In early August, backhoe operator Tyler Underwood (photo 1) got a big surprise while digging up clay to build a horse rink on Ryan King’s land near Medina. He was digging at about 16 feet deep, when his equipment brought up the partial skull and some antler pieces of what looked like a huge moose. In response to several phone calls, staff from the Ohio Historical Society traveled to Medina County the following week to examine the specimen and to see if more of the animal could be found. OHS Curator of Natural History, Bob Glotzhober quickly recognized the skull and antlers as those of the extinct Stag-moose (Cervalces scotti) that is known from Ohio during the Pleistocene or Ice Age. Glotzhober and OHS archaeologists Linda Pansing and Bill Pickard worked a long day with Underwood to recover quite a few more bones and bone fragments.
This is only the ninth time the remains of a Stag-moose have been found in Ohio. Most of the previous finds have been limited to just a small handful of bones. Ryan King’s specimen consists of 34 bones – mostly broken fragments – making it one of the more complete finds to date in Ohio. A female Stag-moose uncovered near Hartville, Stark County, Ohio in 1987, and on exhibit at the Ohio Historical Society museum in Columbus, remains the most complete specimen.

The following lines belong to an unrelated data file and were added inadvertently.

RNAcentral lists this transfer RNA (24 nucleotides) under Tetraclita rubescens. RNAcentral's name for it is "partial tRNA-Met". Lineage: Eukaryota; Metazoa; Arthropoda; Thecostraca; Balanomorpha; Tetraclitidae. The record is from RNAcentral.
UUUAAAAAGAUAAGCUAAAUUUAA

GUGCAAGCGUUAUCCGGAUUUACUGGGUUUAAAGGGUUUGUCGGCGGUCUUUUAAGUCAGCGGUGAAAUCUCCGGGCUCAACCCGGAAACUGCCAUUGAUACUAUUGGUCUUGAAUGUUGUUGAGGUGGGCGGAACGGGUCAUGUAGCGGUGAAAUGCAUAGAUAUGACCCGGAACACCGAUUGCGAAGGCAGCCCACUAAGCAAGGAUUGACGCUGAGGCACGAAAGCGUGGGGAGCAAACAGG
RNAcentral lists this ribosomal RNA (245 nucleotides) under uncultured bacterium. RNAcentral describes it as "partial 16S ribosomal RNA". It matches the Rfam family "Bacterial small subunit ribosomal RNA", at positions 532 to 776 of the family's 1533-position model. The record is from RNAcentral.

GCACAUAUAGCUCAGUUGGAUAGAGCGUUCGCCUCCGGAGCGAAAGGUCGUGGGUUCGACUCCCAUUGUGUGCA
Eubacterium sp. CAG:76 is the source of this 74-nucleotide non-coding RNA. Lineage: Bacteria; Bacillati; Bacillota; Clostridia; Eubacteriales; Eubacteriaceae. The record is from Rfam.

While this newly found skeleton is broken in many pieces and may not make much of an attractive show piece, it is very valuable to science. We would hope to someday be able to obtain a carbon-14 date on the bones. Three of Ohio’s 8 other specimens have been dated, and register at 10,230; 11,840; and 11,990 years before present. This one came from by far the deepest known site, so it may be much older yet! The skeleton also has some mysteries that need to be answered. All of the large leg bones show fractures that have been determined to have happened near the time of death. Were these caused by some huge predator, by glaciers still in the region, by early human hunters or something else? The bones are currently under a carefully controlled, slow-drying process in the OHS museum collections. As they become drier and more stabile, we hope to examine them in more detail and perhaps find some clues that will help answer those questions.
Submitted by Bob Glotzhober
OHS Curator of Natural History